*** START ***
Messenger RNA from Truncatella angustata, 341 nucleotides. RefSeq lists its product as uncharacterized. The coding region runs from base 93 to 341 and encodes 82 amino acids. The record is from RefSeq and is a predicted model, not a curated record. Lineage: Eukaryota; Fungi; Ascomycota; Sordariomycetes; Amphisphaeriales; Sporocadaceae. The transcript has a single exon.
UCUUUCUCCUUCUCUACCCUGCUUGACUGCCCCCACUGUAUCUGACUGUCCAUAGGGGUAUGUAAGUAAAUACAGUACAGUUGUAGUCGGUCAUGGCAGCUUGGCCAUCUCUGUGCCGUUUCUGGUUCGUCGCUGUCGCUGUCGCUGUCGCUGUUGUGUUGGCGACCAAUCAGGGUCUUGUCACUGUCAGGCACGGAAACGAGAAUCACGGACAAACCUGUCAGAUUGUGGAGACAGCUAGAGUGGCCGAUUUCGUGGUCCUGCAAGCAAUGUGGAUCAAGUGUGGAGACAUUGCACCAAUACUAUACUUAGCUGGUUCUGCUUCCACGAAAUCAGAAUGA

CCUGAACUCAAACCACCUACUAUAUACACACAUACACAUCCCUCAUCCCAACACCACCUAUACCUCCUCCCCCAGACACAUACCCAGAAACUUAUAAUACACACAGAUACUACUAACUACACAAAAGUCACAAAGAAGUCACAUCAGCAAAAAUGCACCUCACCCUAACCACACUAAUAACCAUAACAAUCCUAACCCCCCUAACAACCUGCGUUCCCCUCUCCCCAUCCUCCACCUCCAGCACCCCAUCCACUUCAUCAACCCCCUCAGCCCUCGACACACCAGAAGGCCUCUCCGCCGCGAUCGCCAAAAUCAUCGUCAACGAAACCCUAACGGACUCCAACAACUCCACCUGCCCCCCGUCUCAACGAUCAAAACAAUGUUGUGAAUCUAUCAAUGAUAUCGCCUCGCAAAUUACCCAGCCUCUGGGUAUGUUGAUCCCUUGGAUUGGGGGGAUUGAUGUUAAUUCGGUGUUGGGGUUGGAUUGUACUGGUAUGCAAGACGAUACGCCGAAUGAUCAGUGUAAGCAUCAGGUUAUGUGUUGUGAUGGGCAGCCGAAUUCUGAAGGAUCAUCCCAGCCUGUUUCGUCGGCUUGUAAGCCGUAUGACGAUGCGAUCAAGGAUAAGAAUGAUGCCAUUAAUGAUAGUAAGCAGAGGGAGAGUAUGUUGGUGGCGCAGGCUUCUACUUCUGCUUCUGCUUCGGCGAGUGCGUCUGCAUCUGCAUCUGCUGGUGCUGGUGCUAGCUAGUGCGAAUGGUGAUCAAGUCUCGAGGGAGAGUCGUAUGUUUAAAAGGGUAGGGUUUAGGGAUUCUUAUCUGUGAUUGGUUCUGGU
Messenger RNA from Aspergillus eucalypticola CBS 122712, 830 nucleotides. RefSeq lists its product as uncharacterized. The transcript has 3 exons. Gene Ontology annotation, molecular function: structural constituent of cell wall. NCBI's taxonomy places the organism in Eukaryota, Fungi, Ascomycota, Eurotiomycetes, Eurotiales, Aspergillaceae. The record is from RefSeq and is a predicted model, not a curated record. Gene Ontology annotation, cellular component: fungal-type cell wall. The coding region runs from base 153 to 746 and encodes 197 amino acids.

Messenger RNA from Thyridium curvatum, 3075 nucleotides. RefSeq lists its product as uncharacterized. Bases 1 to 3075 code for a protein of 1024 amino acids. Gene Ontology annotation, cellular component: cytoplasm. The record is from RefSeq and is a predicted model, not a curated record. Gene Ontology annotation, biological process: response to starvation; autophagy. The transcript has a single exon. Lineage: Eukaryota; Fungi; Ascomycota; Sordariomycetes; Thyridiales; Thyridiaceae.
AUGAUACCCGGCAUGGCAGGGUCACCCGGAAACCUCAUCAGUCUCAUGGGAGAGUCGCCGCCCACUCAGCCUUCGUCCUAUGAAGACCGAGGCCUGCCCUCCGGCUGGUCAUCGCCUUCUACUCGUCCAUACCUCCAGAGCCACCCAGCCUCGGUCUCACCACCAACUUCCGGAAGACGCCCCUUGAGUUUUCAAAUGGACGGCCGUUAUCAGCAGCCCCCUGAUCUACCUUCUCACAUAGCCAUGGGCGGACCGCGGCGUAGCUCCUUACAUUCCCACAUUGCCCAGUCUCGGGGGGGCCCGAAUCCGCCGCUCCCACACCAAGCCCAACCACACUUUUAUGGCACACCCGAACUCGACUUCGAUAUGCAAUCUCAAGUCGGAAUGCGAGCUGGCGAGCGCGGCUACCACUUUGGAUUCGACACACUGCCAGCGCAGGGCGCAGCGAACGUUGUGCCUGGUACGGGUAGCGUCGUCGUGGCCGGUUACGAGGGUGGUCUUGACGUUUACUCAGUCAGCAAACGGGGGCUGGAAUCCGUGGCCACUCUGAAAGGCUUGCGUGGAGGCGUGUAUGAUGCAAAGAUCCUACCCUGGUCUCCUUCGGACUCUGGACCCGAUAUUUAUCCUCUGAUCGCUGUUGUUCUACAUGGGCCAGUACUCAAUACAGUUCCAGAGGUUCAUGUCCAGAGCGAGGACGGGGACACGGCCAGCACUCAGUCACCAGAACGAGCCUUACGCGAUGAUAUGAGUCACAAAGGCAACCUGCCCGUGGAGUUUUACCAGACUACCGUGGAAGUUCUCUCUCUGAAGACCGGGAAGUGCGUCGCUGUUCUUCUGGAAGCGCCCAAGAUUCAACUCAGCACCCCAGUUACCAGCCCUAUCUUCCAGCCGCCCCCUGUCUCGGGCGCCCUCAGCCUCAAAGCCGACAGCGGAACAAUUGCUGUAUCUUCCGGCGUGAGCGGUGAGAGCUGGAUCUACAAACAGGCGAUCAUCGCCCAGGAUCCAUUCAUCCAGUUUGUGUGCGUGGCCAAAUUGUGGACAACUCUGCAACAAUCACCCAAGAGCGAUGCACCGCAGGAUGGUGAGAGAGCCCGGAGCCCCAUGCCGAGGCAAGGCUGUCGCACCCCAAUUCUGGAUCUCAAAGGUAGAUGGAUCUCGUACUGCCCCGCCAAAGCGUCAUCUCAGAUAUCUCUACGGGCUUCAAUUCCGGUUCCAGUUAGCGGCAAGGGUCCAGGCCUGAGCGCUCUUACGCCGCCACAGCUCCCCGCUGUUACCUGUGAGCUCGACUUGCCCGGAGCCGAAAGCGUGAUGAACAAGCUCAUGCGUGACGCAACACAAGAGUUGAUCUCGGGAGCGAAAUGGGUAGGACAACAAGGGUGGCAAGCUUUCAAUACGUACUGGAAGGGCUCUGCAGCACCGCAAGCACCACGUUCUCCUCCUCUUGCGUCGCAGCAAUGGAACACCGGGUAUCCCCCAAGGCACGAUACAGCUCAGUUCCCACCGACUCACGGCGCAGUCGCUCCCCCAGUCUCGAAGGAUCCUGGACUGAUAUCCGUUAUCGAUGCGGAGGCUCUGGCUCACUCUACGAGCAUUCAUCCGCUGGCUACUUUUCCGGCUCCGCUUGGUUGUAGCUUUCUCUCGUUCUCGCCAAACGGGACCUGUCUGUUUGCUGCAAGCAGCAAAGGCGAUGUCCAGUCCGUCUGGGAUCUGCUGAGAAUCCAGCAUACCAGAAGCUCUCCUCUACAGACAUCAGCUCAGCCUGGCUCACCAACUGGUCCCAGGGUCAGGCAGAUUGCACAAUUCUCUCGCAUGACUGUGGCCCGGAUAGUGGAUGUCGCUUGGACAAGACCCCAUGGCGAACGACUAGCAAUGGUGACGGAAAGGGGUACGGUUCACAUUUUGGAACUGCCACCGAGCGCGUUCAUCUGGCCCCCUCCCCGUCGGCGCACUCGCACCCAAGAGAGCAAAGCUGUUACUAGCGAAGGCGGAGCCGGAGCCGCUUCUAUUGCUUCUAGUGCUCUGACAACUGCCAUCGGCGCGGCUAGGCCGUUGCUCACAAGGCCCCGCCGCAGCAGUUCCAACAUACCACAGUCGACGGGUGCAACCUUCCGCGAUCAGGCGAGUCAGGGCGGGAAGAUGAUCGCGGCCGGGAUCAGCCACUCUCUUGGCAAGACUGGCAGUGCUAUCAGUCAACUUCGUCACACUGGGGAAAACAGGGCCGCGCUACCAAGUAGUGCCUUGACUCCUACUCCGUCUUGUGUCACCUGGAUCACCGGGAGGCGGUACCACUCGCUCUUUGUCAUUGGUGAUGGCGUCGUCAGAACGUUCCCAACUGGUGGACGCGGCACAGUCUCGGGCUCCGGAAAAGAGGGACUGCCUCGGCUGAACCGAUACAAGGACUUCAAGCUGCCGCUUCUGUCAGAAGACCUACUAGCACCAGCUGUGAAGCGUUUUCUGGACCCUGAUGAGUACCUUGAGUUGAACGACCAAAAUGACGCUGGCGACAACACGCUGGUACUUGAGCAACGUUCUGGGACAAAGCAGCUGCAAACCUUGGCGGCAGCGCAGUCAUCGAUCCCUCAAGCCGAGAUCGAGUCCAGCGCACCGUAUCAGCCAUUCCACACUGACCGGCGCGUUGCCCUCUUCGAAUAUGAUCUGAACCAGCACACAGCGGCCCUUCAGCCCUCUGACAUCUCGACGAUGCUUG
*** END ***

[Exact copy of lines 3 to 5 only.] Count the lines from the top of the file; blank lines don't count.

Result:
CCUGAACUCAAACCACCUACUAUAUACACACAUACACAUCCCUCAUCCCAACACCACCUAUACCUCCUCCCCCAGACACAUACCCAGAAACUUAUAAUACACACAGAUACUACUAACUACACAAAAGUCACAAAGAAGUCACAUCAGCAAAAAUGCACCUCACCCUAACCACACUAAUAACCAUAACAAUCCUAACCCCCCUAACAACCUGCGUUCCCCUCUCCCCAUCCUCCACCUCCAGCACCCCAUCCACUUCAUCAACCCCCUCAGCCCUCGACACACCAGAAGGCCUCUCCGCCGCGAUCGCCAAAAUCAUCGUCAACGAAACCCUAACGGACUCCAACAACUCCACCUGCCCCCCGUCUCAACGAUCAAAACAAUGUUGUGAAUCUAUCAAUGAUAUCGCCUCGCAAAUUACCCAGCCUCUGGGUAUGUUGAUCCCUUGGAUUGGGGGGAUUGAUGUUAAUUCGGUGUUGGGGUUGGAUUGUACUGGUAUGCAAGACGAUACGCCGAAUGAUCAGUGUAAGCAUCAGGUUAUGUGUUGUGAUGGGCAGCCGAAUUCUGAAGGAUCAUCCCAGCCUGUUUCGUCGGCUUGUAAGCCGUAUGACGAUGCGAUCAAGGAUAAGAAUGAUGCCAUUAAUGAUAGUAAGCAGAGGGAGAGUAUGUUGGUGGCGCAGGCUUCUACUUCUGCUUCUGCUUCGGCGAGUGCGUCUGCAUCUGCAUCUGCUGGUGCUGGUGCUAGCUAGUGCGAAUGGUGAUCAAGUCUCGAGGGAGAGUCGUAUGUUUAAAAGGGUAGGGUUUAGGGAUUCUUAUCUGUGAUUGGUUCUGGU
Messenger RNA from Aspergillus eucalypticola CBS 122712, 830 nucleotides. RefSeq lists its product as uncharacterized. The transcript has 3 exons. Gene Ontology annotation, molecular function: structural constituent of cell wall. NCBI's taxonomy places the organism in Eukaryota, Fungi, Ascomycota, Eurotiomycetes, Eurotiales, Aspergillaceae. The record is from RefSeq and is a predicted model, not a curated record. Gene Ontology annotation, cellular component: fungal-type cell wall. The coding region runs from base 153 to 746 and encodes 197 amino acids.

Messenger RNA from Thyridium curvatum, 3075 nucleotides. RefSeq lists its product as uncharacterized. Bases 1 to 3075 code for a protein of 1024 amino acids. Gene Ontology annotation, cellular component: cytoplasm. The record is from RefSeq and is a predicted model, not a curated record. Gene Ontology annotation, biological process: response to starvation; autophagy. The transcript has a single exon. Lineage: Eukaryota; Fungi; Ascomycota; Sordariomycetes; Thyridiales; Thyridiaceae.